The Dhammapada is a collection of the sayings of the Buddha. They were probably first gathered in northern India in the third century B.C.E. Dhamma means law, justice, righteousness, discipline, truth; pada means path, step, foot, foundation. The Dhammapada was transmitted and recorded in Pali, the canonical language of southern Buddhism, and it has become the principal scripture for Buddhists in Sri Lanka and Southeast Asia.
The Dhammapada is one of the most popular and accessible books in all of Buddhist literature. In it are the words of the Buddha, teaching that all suffering stems from desire and that the way to attain freedom is to purify the heart and follow the way of truth. Thomas Byrom’s verse rendering of the Dhammapada uniquely captures the Buddha’s original teachings with simplicity and lyricism.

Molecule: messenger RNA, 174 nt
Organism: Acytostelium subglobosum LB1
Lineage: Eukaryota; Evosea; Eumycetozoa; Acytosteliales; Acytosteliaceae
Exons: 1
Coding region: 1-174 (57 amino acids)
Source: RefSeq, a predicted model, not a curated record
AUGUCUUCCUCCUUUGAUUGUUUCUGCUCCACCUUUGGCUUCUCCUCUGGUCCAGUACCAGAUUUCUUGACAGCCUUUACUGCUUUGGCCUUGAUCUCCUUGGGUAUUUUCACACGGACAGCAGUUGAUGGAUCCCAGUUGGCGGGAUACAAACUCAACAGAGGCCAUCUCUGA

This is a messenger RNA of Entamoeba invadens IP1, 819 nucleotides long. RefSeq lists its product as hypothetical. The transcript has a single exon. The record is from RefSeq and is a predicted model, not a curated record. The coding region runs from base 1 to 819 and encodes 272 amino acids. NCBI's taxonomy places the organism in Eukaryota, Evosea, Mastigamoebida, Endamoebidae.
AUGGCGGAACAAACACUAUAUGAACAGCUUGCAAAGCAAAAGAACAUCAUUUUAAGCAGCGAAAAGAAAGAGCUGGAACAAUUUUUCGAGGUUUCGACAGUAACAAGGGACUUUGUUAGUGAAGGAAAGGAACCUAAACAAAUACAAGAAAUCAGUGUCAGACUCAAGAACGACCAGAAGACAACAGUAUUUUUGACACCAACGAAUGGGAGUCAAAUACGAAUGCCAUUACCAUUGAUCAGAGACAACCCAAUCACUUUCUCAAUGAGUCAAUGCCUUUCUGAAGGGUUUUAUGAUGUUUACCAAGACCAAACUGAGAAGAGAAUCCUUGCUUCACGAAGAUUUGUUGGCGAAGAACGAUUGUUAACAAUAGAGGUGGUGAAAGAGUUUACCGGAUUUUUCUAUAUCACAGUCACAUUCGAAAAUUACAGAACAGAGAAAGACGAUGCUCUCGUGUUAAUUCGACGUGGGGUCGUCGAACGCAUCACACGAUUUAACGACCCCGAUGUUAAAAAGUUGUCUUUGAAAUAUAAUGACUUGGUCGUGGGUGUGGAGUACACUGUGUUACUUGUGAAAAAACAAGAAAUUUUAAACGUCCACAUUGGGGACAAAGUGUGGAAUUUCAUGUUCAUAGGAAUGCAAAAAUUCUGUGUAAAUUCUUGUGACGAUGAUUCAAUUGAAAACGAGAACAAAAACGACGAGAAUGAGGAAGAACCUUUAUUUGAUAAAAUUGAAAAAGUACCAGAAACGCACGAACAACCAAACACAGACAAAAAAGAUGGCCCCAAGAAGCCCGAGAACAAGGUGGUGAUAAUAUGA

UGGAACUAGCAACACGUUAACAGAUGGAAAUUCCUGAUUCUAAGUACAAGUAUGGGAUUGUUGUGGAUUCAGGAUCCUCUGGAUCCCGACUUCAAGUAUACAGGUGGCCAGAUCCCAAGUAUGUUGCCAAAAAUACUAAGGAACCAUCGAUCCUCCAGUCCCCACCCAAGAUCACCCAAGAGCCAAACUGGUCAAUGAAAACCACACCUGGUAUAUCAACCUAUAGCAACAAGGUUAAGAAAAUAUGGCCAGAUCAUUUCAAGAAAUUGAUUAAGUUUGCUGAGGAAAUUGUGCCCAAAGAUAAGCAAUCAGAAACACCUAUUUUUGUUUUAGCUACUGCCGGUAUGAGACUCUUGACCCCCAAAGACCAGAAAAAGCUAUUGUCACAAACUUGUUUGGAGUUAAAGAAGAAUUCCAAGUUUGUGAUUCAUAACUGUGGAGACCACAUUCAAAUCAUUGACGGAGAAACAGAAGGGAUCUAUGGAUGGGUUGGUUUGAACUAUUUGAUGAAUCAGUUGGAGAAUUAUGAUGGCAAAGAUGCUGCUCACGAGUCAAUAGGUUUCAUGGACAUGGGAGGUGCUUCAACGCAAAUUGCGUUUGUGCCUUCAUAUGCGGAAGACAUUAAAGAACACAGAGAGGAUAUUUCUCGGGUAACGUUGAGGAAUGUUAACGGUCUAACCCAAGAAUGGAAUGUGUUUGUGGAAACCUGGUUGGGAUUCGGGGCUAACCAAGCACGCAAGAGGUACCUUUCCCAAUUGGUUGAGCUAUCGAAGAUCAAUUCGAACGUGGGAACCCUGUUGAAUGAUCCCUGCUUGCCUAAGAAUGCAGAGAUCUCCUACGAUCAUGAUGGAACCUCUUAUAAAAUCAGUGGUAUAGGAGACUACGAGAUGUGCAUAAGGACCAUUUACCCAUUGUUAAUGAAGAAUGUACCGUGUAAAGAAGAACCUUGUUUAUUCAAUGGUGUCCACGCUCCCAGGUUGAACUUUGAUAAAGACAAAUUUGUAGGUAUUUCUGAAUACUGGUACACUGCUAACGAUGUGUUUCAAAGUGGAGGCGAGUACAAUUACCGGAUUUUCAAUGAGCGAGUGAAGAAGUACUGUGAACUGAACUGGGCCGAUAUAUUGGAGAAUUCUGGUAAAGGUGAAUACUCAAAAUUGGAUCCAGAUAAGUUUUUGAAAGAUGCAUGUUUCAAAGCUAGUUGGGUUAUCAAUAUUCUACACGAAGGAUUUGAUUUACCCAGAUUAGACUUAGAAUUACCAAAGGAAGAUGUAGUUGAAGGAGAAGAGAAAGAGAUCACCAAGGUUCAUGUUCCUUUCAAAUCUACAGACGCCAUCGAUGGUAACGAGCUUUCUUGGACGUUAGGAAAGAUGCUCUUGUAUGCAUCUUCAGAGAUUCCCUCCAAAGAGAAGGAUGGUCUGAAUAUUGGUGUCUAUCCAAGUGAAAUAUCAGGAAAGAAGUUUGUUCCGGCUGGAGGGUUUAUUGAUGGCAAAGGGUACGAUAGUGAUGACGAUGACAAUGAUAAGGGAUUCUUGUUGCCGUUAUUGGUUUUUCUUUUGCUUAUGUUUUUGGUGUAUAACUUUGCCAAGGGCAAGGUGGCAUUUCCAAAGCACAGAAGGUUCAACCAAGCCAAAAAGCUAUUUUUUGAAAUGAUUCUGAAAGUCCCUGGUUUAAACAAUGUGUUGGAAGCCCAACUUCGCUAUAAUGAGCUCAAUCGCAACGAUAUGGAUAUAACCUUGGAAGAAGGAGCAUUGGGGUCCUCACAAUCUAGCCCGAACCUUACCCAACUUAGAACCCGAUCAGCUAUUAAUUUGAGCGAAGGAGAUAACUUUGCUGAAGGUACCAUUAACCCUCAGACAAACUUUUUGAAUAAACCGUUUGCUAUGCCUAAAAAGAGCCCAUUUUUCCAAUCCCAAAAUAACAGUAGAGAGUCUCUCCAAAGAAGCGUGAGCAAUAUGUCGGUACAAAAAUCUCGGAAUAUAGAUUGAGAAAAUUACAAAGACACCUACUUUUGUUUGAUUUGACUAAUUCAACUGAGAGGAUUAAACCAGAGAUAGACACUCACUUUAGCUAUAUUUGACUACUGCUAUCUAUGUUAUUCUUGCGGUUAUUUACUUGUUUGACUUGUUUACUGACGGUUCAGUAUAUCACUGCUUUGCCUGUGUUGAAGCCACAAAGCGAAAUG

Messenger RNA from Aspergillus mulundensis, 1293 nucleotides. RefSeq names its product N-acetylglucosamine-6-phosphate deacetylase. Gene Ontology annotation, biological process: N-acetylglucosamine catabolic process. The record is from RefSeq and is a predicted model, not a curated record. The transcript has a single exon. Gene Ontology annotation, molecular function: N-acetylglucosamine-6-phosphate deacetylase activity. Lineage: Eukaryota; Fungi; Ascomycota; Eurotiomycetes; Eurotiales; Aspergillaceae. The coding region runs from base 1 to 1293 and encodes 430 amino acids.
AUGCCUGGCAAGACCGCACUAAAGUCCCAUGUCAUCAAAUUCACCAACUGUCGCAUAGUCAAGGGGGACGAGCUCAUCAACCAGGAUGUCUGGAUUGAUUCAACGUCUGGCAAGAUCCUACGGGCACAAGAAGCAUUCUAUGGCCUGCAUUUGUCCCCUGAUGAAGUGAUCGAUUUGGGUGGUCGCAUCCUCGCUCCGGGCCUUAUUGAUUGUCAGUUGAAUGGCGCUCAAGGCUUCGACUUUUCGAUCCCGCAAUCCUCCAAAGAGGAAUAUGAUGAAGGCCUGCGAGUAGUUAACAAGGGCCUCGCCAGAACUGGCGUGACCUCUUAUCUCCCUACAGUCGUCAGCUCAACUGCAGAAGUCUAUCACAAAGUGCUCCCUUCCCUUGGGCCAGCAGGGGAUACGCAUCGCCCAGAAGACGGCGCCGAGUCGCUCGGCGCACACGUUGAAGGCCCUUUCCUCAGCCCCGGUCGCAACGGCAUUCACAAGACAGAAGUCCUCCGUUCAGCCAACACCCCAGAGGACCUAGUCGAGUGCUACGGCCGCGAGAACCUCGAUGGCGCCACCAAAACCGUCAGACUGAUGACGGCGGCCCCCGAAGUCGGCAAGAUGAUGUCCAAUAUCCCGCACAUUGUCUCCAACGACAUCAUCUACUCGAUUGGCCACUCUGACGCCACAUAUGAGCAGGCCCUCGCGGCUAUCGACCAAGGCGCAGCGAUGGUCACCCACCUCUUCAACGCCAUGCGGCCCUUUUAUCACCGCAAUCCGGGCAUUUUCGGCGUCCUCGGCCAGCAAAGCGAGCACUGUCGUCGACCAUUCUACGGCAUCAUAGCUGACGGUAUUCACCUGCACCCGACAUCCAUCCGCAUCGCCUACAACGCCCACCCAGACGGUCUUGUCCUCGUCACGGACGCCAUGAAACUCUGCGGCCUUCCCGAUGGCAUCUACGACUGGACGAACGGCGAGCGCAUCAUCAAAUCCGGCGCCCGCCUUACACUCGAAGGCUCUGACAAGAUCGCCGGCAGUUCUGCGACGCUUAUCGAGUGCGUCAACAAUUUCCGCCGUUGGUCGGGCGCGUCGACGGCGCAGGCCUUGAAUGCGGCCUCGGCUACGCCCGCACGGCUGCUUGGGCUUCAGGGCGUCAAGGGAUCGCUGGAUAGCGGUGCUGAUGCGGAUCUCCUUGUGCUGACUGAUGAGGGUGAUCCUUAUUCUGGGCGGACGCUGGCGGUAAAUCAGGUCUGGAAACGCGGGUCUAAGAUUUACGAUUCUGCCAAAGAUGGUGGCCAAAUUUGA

Thomas Byrom, Ph.D., was educated at Oxford and Harvard universities and taught literature at St. Catherine’s College and Exeter College.
Unabridged in a pocket (3” x 4.5”) paperback edition. Foreward by Ram Dass. 113 pages.